The multiple possibilities of interpretation in products of bilingual writing: André Brink’s Praying Mantis and Bidsprinkaan as a total text1
This paper explores the concept of ‘bilingual writing’ by examining two products of André Brink’s bilingual writing process, namely Praying Mantis (2005) and Bidsprinkaan (2005). After a brief overview of Brink’s oeuvre, a theoretical perspective on bilingual writing is provided, along with a discussion of related concepts such as ‘translation’ and ‘self-translation’. Following the theoretical perspective, a stereoscopic reading of the two versions of the novel aims to show how multiple possibilities of interpretation are opened up by the use of two languages of production, and how the two versions, when read together, form a total text that travels beyond traditional conceptions of both writing and translating. In Praying Mantis and Bidsprinkaan, Brink employs magical realism to challenge various traditional boundaries, such as between reality and fiction, history and myth, etc. Situating both versions of the novel in a sphere of magical realism, where boundaries are constantly transgressed and where even the ordinary is given “a sense of the extraordinary” (Brink 1998:31), Brink confronts his readers with different perspectives and provides them with an almost endless range of possibilities of interpretation that leads to various possible readings of the text. Not only is the magical as well as the real world opened up in the text, but also the magical and the real world as conceptualised in two different languages and cultural environments.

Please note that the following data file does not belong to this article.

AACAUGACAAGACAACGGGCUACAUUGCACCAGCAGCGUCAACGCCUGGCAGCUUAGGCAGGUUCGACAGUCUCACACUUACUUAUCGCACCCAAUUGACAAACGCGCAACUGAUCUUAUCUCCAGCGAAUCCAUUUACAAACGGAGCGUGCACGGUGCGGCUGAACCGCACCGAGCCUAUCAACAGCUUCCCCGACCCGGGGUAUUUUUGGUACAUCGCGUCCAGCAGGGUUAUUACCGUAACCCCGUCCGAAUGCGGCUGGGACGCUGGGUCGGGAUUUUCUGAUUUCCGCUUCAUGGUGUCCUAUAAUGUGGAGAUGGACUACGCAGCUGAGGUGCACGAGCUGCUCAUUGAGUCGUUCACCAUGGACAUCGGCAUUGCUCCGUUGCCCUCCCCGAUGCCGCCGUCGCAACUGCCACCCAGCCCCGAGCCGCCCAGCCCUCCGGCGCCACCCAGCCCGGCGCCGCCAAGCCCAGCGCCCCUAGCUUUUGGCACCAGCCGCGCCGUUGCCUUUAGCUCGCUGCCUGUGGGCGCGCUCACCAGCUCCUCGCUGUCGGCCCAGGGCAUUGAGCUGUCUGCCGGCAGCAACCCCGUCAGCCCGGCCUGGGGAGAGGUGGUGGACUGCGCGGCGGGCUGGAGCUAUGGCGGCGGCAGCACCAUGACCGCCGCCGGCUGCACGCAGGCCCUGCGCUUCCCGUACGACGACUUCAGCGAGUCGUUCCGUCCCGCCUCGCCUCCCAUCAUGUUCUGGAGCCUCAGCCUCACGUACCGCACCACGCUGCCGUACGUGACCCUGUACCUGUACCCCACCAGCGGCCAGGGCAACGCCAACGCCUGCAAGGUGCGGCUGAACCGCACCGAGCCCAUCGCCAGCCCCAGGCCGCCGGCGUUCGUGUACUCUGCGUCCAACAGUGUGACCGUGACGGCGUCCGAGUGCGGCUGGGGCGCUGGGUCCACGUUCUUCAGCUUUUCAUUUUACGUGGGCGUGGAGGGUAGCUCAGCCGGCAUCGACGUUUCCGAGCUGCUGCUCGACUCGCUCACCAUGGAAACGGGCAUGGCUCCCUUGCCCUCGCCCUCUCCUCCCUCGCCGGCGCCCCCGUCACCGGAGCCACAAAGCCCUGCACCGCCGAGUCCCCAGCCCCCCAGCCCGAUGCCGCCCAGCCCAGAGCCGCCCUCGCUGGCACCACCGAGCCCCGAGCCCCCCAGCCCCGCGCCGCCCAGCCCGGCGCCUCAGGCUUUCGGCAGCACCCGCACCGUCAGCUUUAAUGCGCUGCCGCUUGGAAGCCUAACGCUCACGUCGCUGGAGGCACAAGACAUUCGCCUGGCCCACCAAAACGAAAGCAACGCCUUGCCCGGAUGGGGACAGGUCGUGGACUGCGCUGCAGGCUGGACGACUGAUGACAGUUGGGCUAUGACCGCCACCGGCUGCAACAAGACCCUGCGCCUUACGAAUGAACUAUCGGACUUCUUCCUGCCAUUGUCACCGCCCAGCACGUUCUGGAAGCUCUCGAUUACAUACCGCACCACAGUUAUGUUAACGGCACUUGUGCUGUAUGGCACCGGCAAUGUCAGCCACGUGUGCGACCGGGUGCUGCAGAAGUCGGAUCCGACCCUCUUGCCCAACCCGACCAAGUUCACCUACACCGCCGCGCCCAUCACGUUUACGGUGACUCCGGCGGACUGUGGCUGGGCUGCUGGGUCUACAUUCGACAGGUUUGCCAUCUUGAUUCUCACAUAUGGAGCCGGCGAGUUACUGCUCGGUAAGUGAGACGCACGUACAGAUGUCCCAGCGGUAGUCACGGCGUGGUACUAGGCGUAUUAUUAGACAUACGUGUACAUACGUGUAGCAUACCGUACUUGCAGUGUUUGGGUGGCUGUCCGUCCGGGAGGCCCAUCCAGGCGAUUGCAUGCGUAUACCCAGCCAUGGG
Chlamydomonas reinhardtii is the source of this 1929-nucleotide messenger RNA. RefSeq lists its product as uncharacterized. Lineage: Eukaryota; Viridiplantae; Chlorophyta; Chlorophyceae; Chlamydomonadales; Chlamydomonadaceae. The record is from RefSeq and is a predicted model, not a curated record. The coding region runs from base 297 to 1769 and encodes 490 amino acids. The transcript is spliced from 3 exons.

Keywords: André Brink, Bidsprinkaan, bilingual writing, Praying Mantis, total text
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